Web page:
Largest wren in United States; 7-9 inches long. Both sexes have a dull, rusty crown and a streaked, heavily spotted breast. The wing and tail feathers are barred in black, and the eye is covered with a conspicuous broad, white stripe. There are no differences in breeding plumage and nonbreeding. As with most other wrens, the tail is not held cocked. Although they look like adults, juveniles have smaller chest spots and shorter tails. It is a low, raspy, cha-cha-cha cha song that sounds very much like a car engine trying to turn on a cold winter's day.
Length: 6.5 in
A bill with a long, slightly decurved length
Contrasting with dark eyeliner and crown, bold white supercilium
Upper breasts densely spotted in black
White underparts becoming more spotted towards the tail.
Upperparts grayish brown with black streaks and spots
Black and white: Long tail with black bars
Habitat - Distribution
Cactus Wrens prefer desert areas with taller, especially cholla-like cacti or hillsides with other thorny plants that can support their large nests. Cactus Wrens can be found in deserts throughout the southwest United States. They are found from Southern California, Nevada, Utah, central New Mexico, Texas, and southwards to central Mexico. Residents of central, western, or southern Arizona year-round in deserts with thorny plants.
The nest site is chosen by the female, which is usually in cholla. They are also able to nest in other types of cacti, thorny shrubs, mesquite and ironwood as well as in cholla. The nest is built by the male and female together.
Cactus Wrens nest is a large, cylindrical structure made with annual plants and dry grasses. Sometimes strips of paper or cloth from roadsides are used to weave in. This nest is protected from most predators by a narrow passage that leads into the internal chamber. However, eggs and nestlings can be taken by Arizona whipsnakes and coachwhips. The nest chamber of wrens is lined with feathers as with many others. Incubating begins with the first egg by the female Cactus Wren. The male then builds a new nest to prepare for the second. Additional nest structures can be built and used throughout the year as roosts. The feather lining is often absent from roost nests.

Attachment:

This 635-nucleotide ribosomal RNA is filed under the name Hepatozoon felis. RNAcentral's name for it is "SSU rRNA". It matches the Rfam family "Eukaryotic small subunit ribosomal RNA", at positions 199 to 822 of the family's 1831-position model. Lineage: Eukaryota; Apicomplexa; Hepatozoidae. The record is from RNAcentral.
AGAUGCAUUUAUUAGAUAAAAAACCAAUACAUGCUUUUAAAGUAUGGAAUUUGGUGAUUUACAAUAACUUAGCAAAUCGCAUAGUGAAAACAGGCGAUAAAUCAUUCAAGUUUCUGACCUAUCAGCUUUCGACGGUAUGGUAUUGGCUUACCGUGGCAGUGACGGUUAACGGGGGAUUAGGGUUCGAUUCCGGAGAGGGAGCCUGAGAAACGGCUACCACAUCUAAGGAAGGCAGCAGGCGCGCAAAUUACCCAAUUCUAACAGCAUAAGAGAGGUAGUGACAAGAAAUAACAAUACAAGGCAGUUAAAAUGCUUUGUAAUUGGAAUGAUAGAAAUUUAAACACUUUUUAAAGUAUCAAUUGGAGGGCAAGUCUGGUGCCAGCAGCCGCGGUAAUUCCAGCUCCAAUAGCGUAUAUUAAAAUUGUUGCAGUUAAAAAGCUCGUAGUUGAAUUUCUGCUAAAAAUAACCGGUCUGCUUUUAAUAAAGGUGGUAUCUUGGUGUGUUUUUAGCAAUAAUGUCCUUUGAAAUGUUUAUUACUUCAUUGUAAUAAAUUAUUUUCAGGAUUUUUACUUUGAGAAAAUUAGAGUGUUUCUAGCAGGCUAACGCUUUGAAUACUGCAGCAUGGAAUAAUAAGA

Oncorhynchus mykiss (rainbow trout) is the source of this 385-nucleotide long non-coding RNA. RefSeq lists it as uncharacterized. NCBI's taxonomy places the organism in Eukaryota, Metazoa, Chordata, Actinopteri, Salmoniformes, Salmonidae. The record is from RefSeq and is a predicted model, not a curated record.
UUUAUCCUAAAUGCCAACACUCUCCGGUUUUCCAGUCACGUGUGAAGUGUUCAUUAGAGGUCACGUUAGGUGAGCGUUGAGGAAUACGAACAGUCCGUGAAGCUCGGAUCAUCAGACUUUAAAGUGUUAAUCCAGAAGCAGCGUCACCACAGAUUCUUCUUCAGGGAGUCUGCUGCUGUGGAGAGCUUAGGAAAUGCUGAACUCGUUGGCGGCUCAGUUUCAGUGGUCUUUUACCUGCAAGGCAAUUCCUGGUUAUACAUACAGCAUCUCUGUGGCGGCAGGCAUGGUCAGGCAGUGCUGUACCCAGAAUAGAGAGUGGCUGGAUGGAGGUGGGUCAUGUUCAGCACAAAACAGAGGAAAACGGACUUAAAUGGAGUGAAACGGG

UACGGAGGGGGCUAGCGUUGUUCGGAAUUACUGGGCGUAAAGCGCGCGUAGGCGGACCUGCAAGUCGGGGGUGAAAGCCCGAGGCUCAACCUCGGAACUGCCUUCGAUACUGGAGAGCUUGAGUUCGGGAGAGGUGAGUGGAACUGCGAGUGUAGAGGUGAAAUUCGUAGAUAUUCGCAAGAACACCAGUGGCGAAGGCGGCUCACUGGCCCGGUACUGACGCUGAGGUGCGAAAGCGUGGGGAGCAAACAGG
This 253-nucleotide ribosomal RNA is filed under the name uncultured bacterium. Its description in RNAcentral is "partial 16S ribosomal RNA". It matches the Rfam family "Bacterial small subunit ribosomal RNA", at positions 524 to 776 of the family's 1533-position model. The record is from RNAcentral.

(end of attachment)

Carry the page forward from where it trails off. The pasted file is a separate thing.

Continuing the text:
The breeding season can begin as early as February during wet winters. This allows for the possibility of double or triple broods. It takes 16 days for a young Cactus Wren to hatch, and 19-23 days for it to fledge. The bird will be dependent on its parents for food for about 30 days after it leaves the nest.
Cactus Wrens eat mainly insects such as ants, grasshoppers and beetles. It will occasionally eat seeds and fruits. Cactus Wrens are known to forage for food by turning objects on the ground, and capturing any creatures that might be hiding beneath.
From the Greek words for curved beak, Campylorhynchus derives its genus name. In reference to the brown cap and back of the wren, the specific epithet is from Latin brunneus which means brown and capillus which means hair.
Since 1931, Arizona's state bird is the Cactus Wren. Its song and presence are characteristic of the southwestern deserts.
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